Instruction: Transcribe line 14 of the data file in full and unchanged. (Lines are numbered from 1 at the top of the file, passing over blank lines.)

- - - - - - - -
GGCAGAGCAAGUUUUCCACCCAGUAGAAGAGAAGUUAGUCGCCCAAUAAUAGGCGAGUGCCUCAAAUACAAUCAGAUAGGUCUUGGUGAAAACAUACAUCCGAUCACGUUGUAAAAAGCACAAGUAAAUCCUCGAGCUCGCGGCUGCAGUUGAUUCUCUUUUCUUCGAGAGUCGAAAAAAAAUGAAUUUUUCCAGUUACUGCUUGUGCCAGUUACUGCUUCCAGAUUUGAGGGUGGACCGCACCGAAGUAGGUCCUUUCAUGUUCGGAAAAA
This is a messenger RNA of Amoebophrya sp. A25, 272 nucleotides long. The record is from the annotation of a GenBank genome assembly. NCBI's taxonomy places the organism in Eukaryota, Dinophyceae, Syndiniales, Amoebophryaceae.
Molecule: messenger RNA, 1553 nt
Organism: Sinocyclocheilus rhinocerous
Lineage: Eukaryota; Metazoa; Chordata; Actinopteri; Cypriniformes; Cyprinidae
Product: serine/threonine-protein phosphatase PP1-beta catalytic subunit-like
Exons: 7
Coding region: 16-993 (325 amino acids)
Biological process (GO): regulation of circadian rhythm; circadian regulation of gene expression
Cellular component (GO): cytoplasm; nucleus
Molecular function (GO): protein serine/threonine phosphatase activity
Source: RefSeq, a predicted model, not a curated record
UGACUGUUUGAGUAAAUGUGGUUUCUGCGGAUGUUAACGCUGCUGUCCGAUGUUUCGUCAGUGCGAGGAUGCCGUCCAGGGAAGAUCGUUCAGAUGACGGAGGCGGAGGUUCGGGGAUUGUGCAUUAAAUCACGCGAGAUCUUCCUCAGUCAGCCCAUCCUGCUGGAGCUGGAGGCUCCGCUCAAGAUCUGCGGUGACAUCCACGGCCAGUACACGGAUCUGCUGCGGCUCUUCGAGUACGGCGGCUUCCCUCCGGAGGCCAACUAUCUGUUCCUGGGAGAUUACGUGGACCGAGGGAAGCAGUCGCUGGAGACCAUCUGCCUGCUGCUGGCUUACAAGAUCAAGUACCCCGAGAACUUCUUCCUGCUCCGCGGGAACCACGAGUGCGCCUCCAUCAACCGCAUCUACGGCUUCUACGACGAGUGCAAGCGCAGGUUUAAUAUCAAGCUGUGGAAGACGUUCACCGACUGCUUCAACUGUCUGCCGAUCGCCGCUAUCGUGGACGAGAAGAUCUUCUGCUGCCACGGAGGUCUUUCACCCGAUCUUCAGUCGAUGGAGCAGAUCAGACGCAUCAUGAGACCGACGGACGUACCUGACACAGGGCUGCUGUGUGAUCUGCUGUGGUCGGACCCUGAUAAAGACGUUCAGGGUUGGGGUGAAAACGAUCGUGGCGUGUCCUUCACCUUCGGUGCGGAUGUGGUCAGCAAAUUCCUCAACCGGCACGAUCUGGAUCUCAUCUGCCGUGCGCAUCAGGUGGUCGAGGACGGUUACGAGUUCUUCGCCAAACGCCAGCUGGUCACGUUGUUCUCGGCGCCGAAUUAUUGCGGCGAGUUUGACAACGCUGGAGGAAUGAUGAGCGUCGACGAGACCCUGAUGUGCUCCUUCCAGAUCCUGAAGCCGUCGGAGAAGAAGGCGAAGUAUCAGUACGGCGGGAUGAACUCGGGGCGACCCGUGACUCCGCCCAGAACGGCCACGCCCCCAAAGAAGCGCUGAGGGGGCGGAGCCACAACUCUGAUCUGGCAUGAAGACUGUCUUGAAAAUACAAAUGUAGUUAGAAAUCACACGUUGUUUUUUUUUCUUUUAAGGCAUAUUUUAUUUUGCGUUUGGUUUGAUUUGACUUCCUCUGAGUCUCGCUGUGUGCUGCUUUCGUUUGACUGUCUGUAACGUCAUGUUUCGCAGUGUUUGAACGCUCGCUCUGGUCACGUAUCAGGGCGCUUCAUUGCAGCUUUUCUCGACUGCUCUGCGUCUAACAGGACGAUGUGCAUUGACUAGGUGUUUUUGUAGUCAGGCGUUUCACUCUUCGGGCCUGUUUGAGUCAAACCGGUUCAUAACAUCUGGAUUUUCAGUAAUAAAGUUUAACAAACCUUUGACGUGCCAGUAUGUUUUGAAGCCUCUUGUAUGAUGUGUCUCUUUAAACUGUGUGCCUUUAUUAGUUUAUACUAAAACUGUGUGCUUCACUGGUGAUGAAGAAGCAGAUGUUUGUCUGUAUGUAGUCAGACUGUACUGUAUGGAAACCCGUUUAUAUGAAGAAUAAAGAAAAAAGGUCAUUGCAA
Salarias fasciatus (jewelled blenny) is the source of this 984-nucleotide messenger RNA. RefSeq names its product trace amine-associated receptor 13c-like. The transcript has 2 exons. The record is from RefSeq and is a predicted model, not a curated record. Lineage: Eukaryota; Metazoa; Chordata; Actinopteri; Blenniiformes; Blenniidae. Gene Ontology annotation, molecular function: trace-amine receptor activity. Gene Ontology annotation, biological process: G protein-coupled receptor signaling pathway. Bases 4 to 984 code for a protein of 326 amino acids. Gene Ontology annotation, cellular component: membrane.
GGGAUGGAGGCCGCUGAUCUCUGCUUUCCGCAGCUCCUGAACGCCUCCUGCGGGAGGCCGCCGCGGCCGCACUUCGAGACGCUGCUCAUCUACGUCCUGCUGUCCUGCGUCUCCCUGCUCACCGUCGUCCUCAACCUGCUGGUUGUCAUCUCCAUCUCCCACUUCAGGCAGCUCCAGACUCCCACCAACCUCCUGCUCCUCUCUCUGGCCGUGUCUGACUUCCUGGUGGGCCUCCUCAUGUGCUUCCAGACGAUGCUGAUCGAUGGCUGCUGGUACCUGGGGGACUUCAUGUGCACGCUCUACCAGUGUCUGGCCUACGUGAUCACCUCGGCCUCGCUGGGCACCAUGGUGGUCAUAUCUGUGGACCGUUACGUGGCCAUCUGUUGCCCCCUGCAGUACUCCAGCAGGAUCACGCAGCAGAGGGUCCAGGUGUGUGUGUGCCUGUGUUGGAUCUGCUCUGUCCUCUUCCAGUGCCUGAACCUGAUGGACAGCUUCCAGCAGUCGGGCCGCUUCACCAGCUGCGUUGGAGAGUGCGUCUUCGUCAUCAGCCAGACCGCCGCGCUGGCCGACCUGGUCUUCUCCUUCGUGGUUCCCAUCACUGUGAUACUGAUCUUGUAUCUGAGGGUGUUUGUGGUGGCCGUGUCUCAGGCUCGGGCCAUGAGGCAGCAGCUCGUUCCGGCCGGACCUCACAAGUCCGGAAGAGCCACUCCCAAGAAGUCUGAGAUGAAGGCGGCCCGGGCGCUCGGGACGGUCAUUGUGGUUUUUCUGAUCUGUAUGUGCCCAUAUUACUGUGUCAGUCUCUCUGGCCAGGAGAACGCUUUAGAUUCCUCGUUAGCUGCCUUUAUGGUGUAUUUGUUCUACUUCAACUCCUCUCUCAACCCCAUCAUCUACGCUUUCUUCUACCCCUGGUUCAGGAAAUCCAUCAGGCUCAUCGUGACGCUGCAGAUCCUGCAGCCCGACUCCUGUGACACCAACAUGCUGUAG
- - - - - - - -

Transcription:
Salarias fasciatus (jewelled blenny) is the source of this 984-nucleotide messenger RNA. RefSeq names its product trace amine-associated receptor 13c-like. The transcript has 2 exons. The record is from RefSeq and is a predicted model, not a curated record. Lineage: Eukaryota; Metazoa; Chordata; Actinopteri; Blenniiformes; Blenniidae. Gene Ontology annotation, molecular function: trace-amine receptor activity. Gene Ontology annotation, biological process: G protein-coupled receptor signaling pathway. Bases 4 to 984 code for a protein of 326 amino acids. Gene Ontology annotation, cellular component: membrane.